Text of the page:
The nouvelle cuisine movement of the 1960/70s lightened up classical French food and often made it taste better when well done. But something was lost too and the worst excesses of nouvelle cuisine, meagre meals prepared by chefs with meagre skills, seem to me often to have been carried through to the sparse artistic creations you might expect today in many high-priced restaurants. Sometimes there might still be a great deal of skill in their creation but I for one, as any self-respecting tyke, expect it not only to taste good but not leave me hungry.
About a year ago in a reasonably good pub restaurant I ordered something like a fruit crumble with ‘creme Anglais’. There was one of those silly smears on the plate so I asked the waiter for “more custard”. “It’s not custard”, he said, “it’s creme Anglais”!
It’s why so often I cringe when I see, in a restaurant review, the photographs of a fragile construction, complete with smears, decorating a plate and then read “The meal was good value at £70 for two”. What?
In the 1970s I used to go to the Box Tree in Ilkley, West Yorkshire. I wouldn’t go now in these days of the cult of ‘celebrity chef’, one of whom suggests that the only way to make a steak taste good is to rub it with a well known brand of stock cube (which indicates to me that the Box Tree might now buy its meat from the local chain supermarket).
So, having guests for dinner, I decided that – at least for the main course – I’d go back to my cooking of 35-40 years ago and do something I hadn’t done in all that time, the classic Tournedos Rossini. Admittedly I had to make one or two concessions: apart from ethical considerations, the cost of genuine foie gras is now a bit beyond my pocket (so’s fillet steak, but once in 30 years?). So I made my own ‘faux foie gras’, which really was in the spirit of my teacher book as it isn’t a two-minute process (but isn’t difficult either). Truffles were also beyond me so I substituted a few mushrooms (cepes and shitaki) ‘laced’ with truffle oil. And I chose to lay the steaks on second choice canape rather than artichoke hearts.
I was amazed to discover after I’d decided to make this dish that a furore had sprung up about foie gras being included in a dish in the tv programme ‘The great British menu’. I haven’t seen the programme so don’t know what this was about, but I’m at a loss to know what is British about ‘foie gras’. Celebrity chefs at it again I suppose.
Able to cook English Sunday dinner type food from the age of seven, I learned to cook French style much later from a book: Mastering the Art of French Cooking (Simone Beck, Louisette Bertholle and Julia Child). First published in 1960, it preceded the 1970s nouvelle cuisine movement.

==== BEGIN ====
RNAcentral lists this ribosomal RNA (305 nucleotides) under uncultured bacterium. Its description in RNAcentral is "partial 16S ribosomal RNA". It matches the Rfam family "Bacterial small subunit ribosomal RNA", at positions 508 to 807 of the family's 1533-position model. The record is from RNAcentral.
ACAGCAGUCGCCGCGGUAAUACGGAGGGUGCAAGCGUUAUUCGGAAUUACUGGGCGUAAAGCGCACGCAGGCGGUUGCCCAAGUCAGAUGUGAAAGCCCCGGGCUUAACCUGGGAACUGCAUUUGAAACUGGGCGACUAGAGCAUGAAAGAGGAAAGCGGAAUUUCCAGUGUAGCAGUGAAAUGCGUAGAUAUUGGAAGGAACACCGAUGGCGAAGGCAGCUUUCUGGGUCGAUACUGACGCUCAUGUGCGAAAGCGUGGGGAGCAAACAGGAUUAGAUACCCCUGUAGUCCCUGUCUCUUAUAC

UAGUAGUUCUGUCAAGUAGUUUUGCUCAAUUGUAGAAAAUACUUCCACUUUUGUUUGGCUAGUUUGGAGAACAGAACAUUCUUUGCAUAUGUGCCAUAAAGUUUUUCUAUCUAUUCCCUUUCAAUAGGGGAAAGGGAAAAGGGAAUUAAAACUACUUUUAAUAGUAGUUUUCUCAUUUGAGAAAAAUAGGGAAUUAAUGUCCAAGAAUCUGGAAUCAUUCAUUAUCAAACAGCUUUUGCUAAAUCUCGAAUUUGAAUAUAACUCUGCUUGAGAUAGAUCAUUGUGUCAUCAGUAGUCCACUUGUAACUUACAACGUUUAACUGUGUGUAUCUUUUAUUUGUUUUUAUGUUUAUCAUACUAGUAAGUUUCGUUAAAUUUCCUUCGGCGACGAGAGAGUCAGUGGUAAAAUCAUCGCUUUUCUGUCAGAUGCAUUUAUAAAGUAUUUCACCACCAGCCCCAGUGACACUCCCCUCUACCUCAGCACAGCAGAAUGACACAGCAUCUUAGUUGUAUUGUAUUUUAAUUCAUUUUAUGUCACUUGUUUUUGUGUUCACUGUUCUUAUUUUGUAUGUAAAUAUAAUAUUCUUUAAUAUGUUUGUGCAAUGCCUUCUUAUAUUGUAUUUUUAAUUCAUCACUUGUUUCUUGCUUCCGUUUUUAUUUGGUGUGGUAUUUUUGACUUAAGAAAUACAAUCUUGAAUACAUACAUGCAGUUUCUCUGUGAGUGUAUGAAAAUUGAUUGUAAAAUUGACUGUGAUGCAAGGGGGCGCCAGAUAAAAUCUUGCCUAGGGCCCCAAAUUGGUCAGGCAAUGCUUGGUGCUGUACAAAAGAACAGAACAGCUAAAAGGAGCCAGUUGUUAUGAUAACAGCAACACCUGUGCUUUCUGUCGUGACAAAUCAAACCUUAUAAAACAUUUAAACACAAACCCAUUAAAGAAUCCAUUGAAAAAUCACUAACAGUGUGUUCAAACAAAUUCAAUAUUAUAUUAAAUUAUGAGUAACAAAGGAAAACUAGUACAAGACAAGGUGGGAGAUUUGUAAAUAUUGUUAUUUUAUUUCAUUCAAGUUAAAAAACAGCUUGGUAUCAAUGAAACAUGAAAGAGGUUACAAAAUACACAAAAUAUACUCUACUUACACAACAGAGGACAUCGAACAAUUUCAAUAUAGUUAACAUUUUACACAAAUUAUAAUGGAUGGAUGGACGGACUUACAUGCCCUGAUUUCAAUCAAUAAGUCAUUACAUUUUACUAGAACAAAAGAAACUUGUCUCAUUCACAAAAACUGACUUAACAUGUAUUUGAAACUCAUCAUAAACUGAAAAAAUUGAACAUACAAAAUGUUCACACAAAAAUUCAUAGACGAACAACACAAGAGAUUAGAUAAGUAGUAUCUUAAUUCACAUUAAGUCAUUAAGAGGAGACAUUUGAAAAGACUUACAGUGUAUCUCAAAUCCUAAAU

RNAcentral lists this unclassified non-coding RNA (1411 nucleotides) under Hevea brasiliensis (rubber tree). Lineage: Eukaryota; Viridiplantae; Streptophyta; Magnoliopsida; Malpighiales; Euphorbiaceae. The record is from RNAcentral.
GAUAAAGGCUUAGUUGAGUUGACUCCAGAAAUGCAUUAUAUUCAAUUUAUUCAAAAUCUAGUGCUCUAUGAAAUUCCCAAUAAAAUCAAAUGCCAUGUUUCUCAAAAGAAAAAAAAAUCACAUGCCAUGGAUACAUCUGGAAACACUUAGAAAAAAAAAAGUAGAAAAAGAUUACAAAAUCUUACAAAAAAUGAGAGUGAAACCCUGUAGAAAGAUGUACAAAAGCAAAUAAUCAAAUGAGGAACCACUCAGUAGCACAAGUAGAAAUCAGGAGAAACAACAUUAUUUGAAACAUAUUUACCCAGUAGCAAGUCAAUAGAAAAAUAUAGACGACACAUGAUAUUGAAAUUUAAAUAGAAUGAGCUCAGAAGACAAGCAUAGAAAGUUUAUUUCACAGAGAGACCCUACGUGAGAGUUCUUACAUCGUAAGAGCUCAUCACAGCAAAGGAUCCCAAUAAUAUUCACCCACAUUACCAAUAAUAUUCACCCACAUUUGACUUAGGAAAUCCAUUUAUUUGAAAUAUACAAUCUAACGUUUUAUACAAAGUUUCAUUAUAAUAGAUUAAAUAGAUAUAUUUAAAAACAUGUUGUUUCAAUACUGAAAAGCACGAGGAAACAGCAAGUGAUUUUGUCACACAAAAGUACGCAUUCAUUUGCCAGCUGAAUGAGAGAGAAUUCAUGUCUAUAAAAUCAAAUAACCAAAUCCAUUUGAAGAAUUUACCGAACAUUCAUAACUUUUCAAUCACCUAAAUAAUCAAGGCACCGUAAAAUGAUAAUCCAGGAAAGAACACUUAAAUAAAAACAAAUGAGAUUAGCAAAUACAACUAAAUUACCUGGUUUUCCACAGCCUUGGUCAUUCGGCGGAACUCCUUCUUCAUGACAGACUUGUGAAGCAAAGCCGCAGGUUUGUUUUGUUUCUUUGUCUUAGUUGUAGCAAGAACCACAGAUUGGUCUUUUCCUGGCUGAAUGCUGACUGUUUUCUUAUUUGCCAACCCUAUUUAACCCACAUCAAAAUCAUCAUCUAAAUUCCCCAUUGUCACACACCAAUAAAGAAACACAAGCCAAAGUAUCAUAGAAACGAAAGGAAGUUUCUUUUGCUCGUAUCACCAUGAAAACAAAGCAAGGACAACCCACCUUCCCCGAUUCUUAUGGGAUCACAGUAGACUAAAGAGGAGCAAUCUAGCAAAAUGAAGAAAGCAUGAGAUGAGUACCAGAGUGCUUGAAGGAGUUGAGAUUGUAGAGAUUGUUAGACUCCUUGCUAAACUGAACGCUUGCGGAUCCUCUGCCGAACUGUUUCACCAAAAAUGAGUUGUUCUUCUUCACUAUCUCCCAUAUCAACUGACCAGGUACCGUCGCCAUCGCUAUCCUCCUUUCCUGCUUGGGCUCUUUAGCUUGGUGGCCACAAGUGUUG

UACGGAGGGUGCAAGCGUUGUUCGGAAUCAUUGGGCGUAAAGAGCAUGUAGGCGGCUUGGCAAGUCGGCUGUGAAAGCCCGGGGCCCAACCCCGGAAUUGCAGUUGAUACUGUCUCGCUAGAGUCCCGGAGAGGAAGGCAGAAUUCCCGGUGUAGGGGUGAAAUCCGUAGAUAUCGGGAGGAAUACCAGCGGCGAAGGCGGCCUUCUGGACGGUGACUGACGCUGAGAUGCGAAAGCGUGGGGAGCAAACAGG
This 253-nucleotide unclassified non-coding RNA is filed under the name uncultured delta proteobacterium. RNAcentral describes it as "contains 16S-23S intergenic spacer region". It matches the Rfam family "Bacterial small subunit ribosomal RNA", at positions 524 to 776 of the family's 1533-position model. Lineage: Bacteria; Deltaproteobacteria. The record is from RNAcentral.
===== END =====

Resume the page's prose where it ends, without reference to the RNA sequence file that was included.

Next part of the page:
If you don’t have access to the book from which I learned then there are plenty of recipes on internet, but one which also gives you access to real French ingredients if you can afford them is at:
The faux foie gras recipe I used is an American one (I haven’t worked out why it’s on a site with Thai cooking in the header – been eating British foie gras I suppose). Of course I did not include the jelly topping which you’ll find in this recipe. Compared with a real foie gras from France (about £35) it’s incredibly cheap (about £1.50) but delicious. Cut down in quantity from the originator (who is credited), you’ll find it at:
If making four tournedos there’ll be some of this pate over and it’s great spread on a plain cracker.
My book’s suggestion for accompaniments are butter sauteed potato balls, buttered peas and asparagus tips. Despite my comments about modern ‘pretty plates’ I do take presentation seriously so wanted a colourful plate. As I had asparagus in my starter I went for a simple option of the mis-shapen but delicious Anya potatoes (plain boiled) I find only in Sainsbury, mange tous, broccoli (for an intense green), cauliflower (which I think tastes better than its green cousin) and a baby carrot with its curly head on – my five a day plus one.
The tournedos went down a treat with my guests and I was pretty pleased with them too considering I hadn’t done them for three or four decades.
Footnote. This might be a good place to mention the meal (or course) I was most impressed with ever. I was lucky enough to attend the last dinner or lunch (can’t remember which) on the Queen Mary before she was decommissioned (1968?). The big, jolly cockney chef served up a souffle (I think Grand Marnier) for desert – I think more than 100 of them, simultaneously and perfect. Hell, I have enough problems doing one!